Until very recently, the iconic James Bond game GoldenEye 007 (more commonly referred to as simply GoldenEye or GoldenEye 64) from the Nintendo 64 was relegated to the shadowy realms or retro machinery and emulation, though the recent remaster for modern systems finally solved this issue. Yet, despite its limited availability throughout the years, it remained an FPS icon for ages, inspiring many titles since – some more than others. Sitting in the “more” category comes The Spy Who Shot Me, a title effectively parodying the very game and genre itself. It’s been on PC for some time, and now that it’s finally on Xbox it’s our time to review it!
Looks like the ratio is 90-2-10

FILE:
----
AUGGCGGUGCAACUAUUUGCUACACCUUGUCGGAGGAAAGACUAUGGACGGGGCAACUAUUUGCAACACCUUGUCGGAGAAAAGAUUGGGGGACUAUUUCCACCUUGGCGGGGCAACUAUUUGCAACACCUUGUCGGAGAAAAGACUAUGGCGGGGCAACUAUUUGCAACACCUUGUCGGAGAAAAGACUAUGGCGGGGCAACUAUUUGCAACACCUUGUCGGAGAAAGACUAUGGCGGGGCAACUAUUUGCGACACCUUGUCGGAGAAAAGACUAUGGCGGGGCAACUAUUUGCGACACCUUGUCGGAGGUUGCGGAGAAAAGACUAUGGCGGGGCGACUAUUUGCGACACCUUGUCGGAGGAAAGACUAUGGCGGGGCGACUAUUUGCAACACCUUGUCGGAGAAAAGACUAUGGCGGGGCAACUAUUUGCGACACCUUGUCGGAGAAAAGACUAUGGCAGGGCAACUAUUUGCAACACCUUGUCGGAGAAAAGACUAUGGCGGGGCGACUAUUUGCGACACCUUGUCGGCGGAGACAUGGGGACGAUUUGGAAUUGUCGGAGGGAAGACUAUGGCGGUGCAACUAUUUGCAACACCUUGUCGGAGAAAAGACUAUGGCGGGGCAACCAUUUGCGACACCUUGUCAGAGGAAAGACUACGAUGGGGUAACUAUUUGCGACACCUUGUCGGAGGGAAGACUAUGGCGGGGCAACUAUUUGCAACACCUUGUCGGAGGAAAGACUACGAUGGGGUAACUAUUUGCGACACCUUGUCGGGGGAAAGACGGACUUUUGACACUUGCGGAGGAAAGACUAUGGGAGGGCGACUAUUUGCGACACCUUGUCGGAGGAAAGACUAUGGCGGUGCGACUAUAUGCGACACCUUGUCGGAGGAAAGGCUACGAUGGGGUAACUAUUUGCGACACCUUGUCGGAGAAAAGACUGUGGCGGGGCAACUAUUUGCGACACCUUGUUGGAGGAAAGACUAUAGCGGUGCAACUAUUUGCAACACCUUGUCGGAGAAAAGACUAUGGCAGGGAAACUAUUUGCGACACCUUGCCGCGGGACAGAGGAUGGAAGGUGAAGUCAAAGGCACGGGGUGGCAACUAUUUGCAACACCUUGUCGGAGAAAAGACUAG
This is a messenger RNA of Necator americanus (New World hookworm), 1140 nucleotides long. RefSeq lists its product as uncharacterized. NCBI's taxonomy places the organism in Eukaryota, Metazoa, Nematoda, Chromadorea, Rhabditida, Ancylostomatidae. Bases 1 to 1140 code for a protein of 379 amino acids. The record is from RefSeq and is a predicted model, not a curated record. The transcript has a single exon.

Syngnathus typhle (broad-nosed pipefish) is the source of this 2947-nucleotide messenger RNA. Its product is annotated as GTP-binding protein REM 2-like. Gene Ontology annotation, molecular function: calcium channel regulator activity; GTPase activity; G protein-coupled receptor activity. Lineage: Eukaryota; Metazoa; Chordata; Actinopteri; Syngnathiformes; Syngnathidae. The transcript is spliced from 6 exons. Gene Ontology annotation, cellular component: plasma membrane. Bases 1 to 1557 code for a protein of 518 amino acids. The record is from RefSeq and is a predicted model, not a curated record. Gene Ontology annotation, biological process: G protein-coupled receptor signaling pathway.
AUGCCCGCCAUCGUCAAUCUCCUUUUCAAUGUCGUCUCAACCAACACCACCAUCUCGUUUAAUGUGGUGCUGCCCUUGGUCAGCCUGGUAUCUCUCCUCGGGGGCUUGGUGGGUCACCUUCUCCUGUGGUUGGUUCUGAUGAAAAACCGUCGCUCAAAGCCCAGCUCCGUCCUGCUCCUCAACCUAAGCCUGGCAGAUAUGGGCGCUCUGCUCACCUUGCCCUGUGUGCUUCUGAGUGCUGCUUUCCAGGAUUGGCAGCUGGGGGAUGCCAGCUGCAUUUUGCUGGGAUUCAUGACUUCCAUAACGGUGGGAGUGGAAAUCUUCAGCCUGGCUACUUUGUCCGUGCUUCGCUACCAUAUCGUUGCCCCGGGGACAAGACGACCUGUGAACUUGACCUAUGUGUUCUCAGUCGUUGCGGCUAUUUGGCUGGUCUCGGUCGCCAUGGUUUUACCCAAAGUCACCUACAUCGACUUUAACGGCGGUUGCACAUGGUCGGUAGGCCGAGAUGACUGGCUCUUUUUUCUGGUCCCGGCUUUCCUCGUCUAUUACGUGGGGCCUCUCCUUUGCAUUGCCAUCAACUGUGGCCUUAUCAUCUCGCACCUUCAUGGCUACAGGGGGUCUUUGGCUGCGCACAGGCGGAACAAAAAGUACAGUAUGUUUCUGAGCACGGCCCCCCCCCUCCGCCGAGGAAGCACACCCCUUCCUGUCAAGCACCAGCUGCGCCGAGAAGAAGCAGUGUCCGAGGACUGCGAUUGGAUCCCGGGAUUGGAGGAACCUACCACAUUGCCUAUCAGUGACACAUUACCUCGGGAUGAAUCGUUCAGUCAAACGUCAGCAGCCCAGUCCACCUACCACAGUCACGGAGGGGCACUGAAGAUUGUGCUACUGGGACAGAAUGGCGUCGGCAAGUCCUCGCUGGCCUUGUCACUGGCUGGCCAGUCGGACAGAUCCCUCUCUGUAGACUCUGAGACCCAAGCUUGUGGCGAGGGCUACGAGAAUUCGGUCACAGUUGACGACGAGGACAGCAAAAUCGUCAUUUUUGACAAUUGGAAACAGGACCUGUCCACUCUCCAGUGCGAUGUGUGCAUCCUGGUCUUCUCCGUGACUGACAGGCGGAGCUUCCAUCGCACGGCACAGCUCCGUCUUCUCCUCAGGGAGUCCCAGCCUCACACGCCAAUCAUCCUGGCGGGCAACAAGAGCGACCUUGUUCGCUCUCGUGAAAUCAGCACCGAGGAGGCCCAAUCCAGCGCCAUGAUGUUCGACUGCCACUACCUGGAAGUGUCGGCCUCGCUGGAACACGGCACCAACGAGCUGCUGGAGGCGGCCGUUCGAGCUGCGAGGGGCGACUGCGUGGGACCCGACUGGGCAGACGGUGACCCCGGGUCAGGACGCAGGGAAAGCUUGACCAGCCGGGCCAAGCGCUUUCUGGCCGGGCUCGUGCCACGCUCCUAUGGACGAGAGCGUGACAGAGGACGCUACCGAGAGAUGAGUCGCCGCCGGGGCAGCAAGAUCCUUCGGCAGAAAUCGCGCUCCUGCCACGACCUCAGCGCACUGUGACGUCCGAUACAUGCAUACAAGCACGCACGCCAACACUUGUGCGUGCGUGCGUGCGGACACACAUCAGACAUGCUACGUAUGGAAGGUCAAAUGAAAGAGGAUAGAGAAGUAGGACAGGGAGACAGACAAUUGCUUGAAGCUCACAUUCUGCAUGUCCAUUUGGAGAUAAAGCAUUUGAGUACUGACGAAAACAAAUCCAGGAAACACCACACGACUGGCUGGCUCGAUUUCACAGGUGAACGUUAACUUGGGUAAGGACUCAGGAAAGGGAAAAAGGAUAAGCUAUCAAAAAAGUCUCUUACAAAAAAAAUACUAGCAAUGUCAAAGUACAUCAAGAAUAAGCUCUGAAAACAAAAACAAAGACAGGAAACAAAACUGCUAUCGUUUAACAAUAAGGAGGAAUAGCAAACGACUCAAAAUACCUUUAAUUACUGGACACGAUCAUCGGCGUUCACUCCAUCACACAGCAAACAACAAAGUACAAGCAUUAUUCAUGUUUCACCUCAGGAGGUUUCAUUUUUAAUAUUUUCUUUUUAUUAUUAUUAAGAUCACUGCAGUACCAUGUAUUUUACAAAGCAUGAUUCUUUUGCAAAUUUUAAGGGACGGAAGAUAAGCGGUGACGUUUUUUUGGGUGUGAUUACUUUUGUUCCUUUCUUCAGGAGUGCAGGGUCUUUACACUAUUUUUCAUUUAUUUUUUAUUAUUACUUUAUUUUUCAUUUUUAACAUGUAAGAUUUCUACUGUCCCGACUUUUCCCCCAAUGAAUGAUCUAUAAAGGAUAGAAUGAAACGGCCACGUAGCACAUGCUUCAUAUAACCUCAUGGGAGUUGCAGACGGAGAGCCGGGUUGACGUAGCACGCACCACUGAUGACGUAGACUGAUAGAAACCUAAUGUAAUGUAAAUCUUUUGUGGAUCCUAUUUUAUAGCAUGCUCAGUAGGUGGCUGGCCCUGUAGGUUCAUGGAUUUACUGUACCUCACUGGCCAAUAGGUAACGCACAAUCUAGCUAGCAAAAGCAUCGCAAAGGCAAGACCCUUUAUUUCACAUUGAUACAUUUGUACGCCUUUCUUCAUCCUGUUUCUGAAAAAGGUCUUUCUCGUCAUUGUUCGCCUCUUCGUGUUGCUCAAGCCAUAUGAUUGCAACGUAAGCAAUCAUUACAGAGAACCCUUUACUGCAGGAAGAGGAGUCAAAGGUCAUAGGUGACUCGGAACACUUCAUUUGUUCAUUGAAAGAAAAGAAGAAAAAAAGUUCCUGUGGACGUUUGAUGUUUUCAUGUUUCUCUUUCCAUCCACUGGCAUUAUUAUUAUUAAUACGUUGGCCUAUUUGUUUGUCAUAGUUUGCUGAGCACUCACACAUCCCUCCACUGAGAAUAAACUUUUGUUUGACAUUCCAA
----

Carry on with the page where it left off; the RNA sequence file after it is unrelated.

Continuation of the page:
That iconic 90’s shooter from Rare remained memorable for many reasons. The charming blocky 3D graphics of the era, the incredible music, the cool tech, the open-ended gameplay of the missions, all the way down to the chaotic yet addictive local multiplayer. The Spy Who Shot Me isn’t trying to be a 1:1 recreation of those features – rather, something that evokes similar feelings and nostalgia while also being its own thing. Indeed, the game itself isn’t that similar to playing the original GoldenEye 007, but the game design and gameplay are closer to the relative straight-forward “corridor shooting” of games like Wolfenstein 3D. While the levels feature a couple optional paths, 3D platforming and interactive elements, most situations boil down to going forward on relatively simple levels, with enemies waiting or spawning in for us to gun down. Stealthy approaches are possible, with melee attacks, knives or even silencers, but that hardly ever matters. This game wants to evoke the nostalgia of the era, while also making an intentional mockery of it.